In the first two years of World War II, Nazi Germany crushed its opponents all over Europe by means of the Blitzkrieg or "lightning war" strategy, a set of tightly focused military maneuvers of overwhelming force. Striking with tanks, artillery, and planes in one area, the Nazis defeated France's supposedly impenetrable Maginot Line, which was still accustomed to the traditional front-based warfare.
The Blitzkrieg strategy used in corporate takeovers is a slight departure from the German warfare of the 1940s. A "Blitzkrieg tender offer" is an overwhelmingly attractive offer a takeover firm makes to a target firm. The offer is designed to be so attractive that objections are few or nonexistent, allowing an extremely quick completion of the takeover. This tender offer's allusion to World War II is based only upon the speed of the conquest; there was nothing alluring or attractive about the Nazis' Blitzkrieg.
When organized warfare and the military were considered "gentlemen's affairs," a declaration of war, a location, and a time would be issued to the adversary. Raids and guerilla warfare were the arenas of savages and rebels, not the tactics of a self-respecting army. However, the American Civil War, the two World Wars, the Vietnam War, and the improvement of weaponry obliterated the old code of warfare and made it commonplace to attack at any time—including dawn, when sleep is still thick in the enemy's eyes. Because at daybreak the level of preparedness is lower, the dawn raid maximized enemy casualties and so became a standard military practice. This logic has carried over to the corporate sector.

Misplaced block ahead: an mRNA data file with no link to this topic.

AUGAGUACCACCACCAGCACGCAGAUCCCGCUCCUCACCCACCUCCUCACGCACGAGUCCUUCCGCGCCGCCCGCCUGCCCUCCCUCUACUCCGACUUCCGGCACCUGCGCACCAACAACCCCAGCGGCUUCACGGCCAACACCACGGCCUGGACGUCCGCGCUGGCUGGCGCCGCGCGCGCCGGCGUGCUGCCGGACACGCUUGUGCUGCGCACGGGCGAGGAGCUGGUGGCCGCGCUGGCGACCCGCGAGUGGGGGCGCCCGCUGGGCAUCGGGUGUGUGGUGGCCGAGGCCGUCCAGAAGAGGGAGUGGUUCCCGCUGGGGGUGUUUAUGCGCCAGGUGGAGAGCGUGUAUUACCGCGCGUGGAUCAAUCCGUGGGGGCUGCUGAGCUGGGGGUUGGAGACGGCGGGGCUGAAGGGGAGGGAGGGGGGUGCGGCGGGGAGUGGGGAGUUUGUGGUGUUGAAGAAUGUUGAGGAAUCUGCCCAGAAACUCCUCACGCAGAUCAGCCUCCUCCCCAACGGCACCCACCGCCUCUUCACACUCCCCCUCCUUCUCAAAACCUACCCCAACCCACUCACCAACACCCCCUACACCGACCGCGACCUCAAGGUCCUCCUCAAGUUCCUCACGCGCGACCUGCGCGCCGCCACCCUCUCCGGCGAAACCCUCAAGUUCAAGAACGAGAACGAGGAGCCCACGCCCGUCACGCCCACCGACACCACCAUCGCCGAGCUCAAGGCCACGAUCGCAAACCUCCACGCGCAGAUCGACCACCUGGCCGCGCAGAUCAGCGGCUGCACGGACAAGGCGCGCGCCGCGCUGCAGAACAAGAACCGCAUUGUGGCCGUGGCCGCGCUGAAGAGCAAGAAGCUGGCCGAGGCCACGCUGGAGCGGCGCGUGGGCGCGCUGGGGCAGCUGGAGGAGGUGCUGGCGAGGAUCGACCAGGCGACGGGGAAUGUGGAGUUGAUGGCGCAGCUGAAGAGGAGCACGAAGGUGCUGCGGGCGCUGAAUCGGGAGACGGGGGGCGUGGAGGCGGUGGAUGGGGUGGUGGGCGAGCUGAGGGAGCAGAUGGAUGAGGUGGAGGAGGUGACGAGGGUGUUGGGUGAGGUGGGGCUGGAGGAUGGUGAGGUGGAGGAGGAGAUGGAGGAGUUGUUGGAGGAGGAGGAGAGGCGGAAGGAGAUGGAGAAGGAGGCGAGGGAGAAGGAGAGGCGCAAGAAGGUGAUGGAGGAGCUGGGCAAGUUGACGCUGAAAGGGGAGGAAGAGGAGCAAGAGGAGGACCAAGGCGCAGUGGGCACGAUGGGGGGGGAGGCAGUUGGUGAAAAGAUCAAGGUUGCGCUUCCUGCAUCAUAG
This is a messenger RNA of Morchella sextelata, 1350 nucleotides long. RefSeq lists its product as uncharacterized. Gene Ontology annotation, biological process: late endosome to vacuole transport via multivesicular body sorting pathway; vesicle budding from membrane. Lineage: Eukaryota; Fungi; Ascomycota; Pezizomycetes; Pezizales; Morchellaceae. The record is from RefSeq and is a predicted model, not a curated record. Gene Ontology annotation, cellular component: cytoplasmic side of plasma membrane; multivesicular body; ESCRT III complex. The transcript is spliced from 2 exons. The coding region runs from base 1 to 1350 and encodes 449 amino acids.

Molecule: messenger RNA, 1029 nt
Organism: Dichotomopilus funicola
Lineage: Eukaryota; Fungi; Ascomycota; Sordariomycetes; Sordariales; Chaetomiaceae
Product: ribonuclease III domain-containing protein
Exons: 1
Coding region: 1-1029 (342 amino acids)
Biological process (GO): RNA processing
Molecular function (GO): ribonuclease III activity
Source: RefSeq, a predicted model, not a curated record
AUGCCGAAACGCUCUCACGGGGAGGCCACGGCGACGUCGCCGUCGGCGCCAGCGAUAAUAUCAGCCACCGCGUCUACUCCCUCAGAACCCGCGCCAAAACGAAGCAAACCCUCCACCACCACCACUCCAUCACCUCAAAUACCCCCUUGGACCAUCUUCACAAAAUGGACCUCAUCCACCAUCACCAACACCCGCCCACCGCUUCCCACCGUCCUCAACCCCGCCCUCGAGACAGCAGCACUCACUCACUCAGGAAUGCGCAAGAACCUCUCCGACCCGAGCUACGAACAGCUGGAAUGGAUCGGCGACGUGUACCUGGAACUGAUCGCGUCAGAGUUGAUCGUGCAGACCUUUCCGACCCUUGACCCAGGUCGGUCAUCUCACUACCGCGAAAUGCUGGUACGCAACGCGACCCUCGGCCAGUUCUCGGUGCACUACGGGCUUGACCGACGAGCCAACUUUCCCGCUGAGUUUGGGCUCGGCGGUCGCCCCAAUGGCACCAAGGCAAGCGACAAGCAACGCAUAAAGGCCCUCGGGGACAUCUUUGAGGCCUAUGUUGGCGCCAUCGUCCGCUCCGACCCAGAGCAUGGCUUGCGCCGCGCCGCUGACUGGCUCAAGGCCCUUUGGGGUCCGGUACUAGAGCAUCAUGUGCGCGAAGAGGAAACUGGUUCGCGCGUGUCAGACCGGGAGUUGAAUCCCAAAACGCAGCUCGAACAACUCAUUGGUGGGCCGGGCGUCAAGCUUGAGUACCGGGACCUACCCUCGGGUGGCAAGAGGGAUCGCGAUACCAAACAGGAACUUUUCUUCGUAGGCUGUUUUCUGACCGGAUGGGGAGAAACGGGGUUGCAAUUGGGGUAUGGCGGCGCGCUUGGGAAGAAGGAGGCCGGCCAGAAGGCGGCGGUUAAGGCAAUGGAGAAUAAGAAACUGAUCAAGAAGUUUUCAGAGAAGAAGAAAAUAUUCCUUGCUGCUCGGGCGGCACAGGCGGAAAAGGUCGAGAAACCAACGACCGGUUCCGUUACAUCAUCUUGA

A dawn raid in the investing world occurs when a firm (or investor) purchases a large portion of shares in a target firm at the opening of the market. A stockbroker for the hostile firm helps the firm build up a substantial stake (and maybe a controlling interest) in the unsuspecting target. The hostile firm significantly lowers its takeover costs by already holding a big chunk of its prey.
Because the process is initiated through a brokerage and at the market opening, the target firm doesn't figure out what's going on until it's too late. Even though only 15% of a firm's stock can be captured in a dawn raid, this percentage is often enough for a controlling interest.
A dawn raid is often sneakier and more effective than a formal bid in most cases, but it may lead to resentment from the target firm. Unlike the dawn raid in war, the dawn raid of the corporate world makes the people you just attacked before their morning coffee not just your defeated enemies but now a part of your own army, meaning dissent may soon brew in the ranks.